Credits: Chris Claremont (writer), Paul Smith (pencils), Terry Austin (inks), Moose Baumann (colors), Tom Orzechowski (letters)
Summary: Cyclops is annoyed when Shadowcat, Gambit, and Nightcrawler take a break from clean-up and play a makeshift game of baseball with the Danger Room’s debris. ‘Ro watches from the overhead booth and suddenly blasts into the room when her powers go awry. Soon, the remains of the Danger Room come alive, but are defeated by Cyclops and Gambit. Later, Cyclops convinces Gambit and ‘Ro to stay with the X-Men, while Sabretooth has a heated exchange with Xavier, Beast and Jean Grey investigate Burnout, and Daisy Dugan sends footage of tanks that have been mysteriously flattened.
Continuity Notes: ‘Ro (a.k.a. Kid Storm) apparently has no memory of her life as Storm, since she doesn’t recognize Cyclops or Lockheed. However, ‘Ro’s memories of the X-Men were fully restored by the time of “X-Tinction Agenda.” This is addressed later.
Review: "Play Day!" is a fairly typical issue of Forever, in the sense that it reminds me of many of the elements that initially drew me into the X-titles, yet has several moments that just make me groan. I’ll start with Burnout, as the basic premise is recapped but (much like, say, the Legacy Virus) no progress towards a cure is made. “We all of us seem to die young,” Beast says to Jean. Sure, unless you’re Destiny, Sabretooth, Wolverine, Apocalypse, Xavier, Magneto…let’s just forget about them. Burnout is a premise that could work, but being reminded almost every issue of its obvious holes isn’t helping to sell the storyline. There’s also an exchange between Sabretooth and Xavier that mainly serves to remind us of what a deceptive creep Xavier is, which hardly seems fair. Claremont has a nice hook for the conversation -- that Sabretooth may be an animal but at least he doesn’t pretend to be anything he isn’t -- but I’ve yet to read anything in this title that convinces me we needed another story about Xavier keeping horrible secrets from the team. I also question why the X-Men seem so blasé about the Danger Room’s remains suddenly coming to life. There’s no explanation at all in the story, no hints that it’s a mystery that will be followed up on, and the X-Men don’t seem overly concerned about investigating what exactly happened.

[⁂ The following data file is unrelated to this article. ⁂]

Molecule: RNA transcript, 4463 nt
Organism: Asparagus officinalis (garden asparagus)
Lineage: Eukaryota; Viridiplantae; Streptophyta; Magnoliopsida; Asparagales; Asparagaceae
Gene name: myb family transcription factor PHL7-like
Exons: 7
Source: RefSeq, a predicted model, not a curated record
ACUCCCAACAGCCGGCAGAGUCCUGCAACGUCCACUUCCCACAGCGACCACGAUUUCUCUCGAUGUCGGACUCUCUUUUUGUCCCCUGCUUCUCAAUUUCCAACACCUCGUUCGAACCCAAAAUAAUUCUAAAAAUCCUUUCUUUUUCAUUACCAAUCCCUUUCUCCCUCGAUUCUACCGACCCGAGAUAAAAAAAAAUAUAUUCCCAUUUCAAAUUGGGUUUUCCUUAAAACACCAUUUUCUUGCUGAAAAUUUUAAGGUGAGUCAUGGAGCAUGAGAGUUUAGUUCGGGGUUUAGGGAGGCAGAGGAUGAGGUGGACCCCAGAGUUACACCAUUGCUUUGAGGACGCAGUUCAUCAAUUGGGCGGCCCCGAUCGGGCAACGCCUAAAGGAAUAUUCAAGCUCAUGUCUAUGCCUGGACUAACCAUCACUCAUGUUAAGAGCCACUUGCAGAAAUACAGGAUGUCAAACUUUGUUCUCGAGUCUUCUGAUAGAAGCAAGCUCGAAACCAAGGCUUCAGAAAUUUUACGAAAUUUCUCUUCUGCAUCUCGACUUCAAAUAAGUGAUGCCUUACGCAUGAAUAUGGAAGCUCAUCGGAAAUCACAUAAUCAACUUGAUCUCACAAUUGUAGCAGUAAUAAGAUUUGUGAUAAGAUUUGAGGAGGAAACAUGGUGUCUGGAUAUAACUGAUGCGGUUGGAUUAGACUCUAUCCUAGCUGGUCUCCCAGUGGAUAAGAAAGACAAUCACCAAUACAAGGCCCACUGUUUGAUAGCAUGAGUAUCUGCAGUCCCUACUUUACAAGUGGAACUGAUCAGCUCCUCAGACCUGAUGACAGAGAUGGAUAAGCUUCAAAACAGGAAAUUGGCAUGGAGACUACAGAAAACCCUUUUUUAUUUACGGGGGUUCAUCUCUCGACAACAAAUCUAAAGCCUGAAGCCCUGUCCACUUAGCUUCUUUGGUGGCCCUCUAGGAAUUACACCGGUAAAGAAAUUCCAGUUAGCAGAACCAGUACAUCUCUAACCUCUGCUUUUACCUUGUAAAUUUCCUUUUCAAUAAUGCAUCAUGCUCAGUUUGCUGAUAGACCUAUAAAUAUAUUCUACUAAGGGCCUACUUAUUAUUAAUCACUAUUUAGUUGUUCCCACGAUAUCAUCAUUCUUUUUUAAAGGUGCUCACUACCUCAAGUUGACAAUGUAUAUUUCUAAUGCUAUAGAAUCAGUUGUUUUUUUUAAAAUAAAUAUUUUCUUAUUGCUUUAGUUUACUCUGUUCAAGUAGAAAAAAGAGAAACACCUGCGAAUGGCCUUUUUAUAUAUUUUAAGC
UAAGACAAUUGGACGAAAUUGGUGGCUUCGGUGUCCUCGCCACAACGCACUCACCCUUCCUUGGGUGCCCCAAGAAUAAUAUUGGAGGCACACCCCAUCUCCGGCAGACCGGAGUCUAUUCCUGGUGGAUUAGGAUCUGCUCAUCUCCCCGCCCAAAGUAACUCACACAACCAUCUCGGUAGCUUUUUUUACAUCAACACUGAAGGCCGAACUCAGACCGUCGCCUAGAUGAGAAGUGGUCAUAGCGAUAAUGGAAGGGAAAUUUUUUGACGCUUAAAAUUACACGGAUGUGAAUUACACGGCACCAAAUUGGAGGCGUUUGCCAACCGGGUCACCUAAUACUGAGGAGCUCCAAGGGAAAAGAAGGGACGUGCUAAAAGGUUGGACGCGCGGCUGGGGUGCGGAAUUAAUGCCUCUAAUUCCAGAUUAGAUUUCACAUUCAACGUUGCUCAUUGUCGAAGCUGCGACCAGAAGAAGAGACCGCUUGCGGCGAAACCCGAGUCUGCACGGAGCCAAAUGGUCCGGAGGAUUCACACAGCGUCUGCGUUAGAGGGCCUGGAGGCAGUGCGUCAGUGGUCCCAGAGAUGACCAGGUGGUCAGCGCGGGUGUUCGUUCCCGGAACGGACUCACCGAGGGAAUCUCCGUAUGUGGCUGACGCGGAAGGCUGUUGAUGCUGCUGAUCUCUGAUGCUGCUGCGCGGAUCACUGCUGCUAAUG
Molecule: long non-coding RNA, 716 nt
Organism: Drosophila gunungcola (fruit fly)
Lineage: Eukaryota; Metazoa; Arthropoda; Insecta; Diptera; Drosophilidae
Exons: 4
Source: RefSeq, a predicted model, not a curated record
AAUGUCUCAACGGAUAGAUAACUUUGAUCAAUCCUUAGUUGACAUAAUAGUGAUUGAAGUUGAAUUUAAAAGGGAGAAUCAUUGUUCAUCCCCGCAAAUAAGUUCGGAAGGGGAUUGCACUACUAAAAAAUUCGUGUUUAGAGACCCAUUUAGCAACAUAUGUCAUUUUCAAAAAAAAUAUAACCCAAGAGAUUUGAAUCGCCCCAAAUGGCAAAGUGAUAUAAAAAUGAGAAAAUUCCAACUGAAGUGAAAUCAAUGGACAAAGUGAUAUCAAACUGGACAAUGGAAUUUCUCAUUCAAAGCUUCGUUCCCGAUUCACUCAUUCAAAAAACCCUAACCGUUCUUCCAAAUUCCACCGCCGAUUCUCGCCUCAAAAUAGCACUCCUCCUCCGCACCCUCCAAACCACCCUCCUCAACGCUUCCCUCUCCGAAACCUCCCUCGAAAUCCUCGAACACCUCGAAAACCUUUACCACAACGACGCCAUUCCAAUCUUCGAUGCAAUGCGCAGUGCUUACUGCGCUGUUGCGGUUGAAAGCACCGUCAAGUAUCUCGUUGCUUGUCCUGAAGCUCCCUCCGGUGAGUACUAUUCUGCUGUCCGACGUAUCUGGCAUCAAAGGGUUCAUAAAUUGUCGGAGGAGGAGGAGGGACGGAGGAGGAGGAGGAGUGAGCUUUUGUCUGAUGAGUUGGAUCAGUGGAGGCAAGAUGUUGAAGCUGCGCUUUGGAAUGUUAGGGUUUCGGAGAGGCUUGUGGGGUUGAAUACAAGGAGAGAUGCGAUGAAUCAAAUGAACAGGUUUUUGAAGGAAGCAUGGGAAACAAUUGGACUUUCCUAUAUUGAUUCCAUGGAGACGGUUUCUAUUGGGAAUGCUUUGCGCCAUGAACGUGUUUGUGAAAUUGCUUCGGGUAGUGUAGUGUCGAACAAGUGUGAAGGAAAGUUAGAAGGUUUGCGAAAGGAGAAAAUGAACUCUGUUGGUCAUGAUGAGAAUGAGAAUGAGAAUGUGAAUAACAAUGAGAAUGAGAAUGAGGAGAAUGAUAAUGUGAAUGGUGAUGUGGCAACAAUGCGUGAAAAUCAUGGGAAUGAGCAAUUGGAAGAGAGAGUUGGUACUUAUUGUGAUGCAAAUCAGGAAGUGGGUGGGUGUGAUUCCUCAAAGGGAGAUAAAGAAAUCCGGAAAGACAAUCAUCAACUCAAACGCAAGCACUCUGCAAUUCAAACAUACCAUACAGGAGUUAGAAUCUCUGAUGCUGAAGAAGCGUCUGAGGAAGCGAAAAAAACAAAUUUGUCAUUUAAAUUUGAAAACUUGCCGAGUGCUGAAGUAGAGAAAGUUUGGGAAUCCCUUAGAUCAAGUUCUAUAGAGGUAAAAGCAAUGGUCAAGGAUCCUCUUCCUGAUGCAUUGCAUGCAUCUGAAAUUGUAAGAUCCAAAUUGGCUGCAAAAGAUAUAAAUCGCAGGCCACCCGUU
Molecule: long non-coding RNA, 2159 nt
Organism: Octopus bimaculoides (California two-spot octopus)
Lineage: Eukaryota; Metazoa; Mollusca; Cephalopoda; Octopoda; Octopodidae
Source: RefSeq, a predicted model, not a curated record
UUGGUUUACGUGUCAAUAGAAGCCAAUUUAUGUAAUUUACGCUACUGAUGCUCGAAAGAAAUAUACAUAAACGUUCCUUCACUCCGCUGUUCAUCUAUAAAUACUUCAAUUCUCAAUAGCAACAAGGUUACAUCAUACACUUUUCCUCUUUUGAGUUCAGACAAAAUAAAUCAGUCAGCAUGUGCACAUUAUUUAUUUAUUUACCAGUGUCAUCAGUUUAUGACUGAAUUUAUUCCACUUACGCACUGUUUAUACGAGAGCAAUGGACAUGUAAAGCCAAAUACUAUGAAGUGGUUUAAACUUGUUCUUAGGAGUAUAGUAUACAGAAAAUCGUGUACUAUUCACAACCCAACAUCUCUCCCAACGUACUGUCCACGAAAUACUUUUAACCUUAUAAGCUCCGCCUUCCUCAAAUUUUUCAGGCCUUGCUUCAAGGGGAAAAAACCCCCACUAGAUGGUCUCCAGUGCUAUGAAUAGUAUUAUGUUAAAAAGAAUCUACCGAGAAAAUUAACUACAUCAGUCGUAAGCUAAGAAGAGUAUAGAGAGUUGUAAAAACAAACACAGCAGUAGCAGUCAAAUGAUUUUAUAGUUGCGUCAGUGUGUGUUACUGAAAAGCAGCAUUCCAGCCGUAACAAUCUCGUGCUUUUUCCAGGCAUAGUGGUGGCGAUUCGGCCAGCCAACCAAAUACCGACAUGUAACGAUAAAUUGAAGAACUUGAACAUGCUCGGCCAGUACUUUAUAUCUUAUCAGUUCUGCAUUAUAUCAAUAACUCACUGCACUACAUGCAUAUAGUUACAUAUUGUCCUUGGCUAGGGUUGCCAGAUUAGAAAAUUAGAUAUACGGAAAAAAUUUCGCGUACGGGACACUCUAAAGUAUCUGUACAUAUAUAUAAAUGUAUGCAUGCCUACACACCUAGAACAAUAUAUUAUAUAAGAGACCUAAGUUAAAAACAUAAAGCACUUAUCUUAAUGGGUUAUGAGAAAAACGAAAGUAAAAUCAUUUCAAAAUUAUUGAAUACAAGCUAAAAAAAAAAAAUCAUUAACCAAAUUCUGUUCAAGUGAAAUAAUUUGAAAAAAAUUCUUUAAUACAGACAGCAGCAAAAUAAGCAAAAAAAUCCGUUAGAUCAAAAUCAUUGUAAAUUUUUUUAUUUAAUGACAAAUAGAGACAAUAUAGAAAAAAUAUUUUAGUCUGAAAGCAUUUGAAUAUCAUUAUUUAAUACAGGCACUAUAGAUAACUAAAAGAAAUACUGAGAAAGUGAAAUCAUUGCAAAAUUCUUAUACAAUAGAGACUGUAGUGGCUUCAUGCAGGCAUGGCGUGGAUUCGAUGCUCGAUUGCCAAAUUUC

All that said, there’s enough in the issue to remind me of what Claremont does so well in X-Men stories. The baseball scene is fun, the character interactions are well-scripted, and there’s more than enough going on to encourage you to read the next issue. Having Paul Smith, with Terry Austin as the inker no less, appear as the fill-in penciler is also a nice surprise. His style has become much more abstract over the years, but with the possible exception of Beast, I think there’s still something iconic about his X-Men. Admittedly, all of the X-Men vaguely resemble children now, but I think Smith pulls it off in a way that Chris Bachalo didn’t years earlier.